NYC to pay millions to George Floyd protesters boxed in by police
New York City has agreed to pay several million dollars to settle a lawsuit brought by protesters who say they were assaulted, abused and trapped by police using a technique known as “kettling” at a demonstration in the wake of George Floyd’s killing.
In court papers late Tuesday, the city said it will pay $21,500 to each of at least 200 protesters who were detained, arrested or met with force by NYPD during a June 4, 2020, protest in the Bronx’s Mott Haven neighborhood.
The city said it will also pay $21,500 per plaintiff for legal costs and an extra $2,500 to protesters who were given court appearance tickets, meaning the bill from the class-action lawsuit could be close to $10 million or more.
A judge must still approve the settlement — which if approved, is expected to cost city taxpayers between $4-6 million. At City Council, some argued that should come directly from the NYPD budget rather than the city’s general fund for legal claims. Plaintiffs’ lawyers said they believe it would be the city’s highest per-person settlement in a mass arrest class-action lawsuit and heralded it as a “historic agreement.”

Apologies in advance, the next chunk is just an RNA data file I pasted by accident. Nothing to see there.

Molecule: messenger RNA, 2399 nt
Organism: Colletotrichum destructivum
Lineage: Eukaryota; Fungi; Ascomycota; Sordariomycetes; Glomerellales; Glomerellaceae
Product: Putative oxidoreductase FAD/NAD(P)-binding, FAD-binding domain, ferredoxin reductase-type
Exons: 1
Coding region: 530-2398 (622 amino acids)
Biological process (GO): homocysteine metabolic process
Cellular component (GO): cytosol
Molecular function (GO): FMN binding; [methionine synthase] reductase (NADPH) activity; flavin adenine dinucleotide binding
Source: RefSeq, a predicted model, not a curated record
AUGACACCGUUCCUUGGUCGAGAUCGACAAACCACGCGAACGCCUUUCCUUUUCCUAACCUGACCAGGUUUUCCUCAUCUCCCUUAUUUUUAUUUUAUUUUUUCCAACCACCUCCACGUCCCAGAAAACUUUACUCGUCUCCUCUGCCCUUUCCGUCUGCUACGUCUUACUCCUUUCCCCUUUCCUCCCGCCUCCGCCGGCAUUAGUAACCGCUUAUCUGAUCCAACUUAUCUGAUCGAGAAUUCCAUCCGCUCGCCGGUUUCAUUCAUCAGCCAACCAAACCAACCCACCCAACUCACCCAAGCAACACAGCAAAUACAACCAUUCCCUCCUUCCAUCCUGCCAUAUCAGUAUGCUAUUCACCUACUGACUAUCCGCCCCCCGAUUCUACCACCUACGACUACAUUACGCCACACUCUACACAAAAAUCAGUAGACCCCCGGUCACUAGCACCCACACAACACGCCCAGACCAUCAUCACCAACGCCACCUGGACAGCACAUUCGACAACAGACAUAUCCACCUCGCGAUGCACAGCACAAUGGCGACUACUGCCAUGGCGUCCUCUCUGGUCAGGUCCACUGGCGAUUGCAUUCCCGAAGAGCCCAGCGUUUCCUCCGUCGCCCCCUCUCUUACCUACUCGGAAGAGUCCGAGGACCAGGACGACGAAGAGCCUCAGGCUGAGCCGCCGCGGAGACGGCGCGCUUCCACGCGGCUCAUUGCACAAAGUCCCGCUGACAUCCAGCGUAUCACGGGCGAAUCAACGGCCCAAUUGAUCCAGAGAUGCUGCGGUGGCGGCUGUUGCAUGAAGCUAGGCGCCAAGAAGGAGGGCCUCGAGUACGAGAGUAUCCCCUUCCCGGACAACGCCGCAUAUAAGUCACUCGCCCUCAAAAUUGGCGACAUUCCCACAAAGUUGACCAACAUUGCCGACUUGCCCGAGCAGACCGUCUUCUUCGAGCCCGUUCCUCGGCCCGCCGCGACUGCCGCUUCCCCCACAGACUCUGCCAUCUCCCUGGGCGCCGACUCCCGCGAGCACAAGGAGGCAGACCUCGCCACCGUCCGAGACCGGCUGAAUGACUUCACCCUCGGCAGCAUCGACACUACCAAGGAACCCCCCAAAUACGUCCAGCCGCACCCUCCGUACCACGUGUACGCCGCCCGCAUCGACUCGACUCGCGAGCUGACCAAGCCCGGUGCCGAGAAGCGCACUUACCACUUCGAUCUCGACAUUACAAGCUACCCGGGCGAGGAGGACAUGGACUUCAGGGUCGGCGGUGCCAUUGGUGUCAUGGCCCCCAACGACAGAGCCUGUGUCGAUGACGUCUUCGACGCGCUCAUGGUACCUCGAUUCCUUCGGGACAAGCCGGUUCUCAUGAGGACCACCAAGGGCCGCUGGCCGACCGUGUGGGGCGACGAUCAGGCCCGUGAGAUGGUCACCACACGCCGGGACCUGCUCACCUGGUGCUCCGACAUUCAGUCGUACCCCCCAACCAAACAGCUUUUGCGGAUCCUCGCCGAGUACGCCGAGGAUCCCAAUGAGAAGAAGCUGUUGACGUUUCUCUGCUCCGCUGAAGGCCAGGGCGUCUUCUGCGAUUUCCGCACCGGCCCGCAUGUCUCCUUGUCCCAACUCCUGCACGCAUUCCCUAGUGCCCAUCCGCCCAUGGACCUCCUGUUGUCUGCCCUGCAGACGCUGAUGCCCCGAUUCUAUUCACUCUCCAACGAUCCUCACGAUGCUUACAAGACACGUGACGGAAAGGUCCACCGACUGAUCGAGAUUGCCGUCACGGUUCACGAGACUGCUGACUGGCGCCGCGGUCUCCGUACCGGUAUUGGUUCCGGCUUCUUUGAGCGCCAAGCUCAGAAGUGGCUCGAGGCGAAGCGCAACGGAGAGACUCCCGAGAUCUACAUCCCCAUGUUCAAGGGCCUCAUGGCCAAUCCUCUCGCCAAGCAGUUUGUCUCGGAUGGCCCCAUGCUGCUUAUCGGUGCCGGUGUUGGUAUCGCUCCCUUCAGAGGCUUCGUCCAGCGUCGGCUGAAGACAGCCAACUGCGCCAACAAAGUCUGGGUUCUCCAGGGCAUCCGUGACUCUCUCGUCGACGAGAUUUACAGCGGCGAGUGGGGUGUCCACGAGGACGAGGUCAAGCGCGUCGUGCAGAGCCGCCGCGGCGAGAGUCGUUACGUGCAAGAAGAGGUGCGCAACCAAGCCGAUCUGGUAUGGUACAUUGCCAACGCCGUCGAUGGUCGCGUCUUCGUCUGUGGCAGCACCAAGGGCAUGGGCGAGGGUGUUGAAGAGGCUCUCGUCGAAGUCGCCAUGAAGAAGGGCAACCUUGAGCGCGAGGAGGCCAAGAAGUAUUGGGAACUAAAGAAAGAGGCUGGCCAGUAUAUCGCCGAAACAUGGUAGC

It’s one of several lawsuits alleging NYPD officers mistreated protesters who took to the streets nightly after the police killing of Floyd in Minnesota on May 25, 2020. More than 100 NYPD officers were cited for misconduct over the span of the days-long demonstrations. Similar protests happened in cities and towns across the U.S.
In the Mott Haven protest, the NYPD was criticized for kettling protesters, essentially trapping them and giving them no choice but to break a curfew that the city had implemented to quell unrest.
“The violence unleashed upon us that night was intentional, unwarranted, and will be with me for the rest of my life,” plaintiff Henry Wood said in a statement released through lawyers. “What the NYPD did, aided by the political powers of New York City, was an extreme abuse of power.”
One of the plaintiffs’ lawyers, Joshua Moskovitz, said the NYPD’s actions in Mott Haven were reminiscent of “ Bloody Sunday,” in which civil rights protesters were beaten by police on the Edmund Pettus Bridge in Selma, Alabama in 1965.
“We hope this settlement marks an inflection point for policing in New York City,” Moskovitz said.
In court documents, attorneys for the Bronx protestors argued the June 4th arrests was particularly egregious because the operation was “directed by the very highest levels of the NYPD including [former] Chief of Department Terrence Monahan.” (Monahan now works as a law enforcement contributor for NBC New York).
In a statement, the NYPD said the protests in the midst of the COVID-19 pandemic were a “challenging moment” for officers and the department, and that it has since reformed how it responds to protests.
“Much of the NYPD’s policies and training for policing large-scale demonstrations have been re-envisioned based on the findings of the department’s own, self-initiated analyses and on the recommendations from three outside agencies who carefully investigated that period,” the department said. “The NYPD remains committed to continually improving its practices in every way possible.”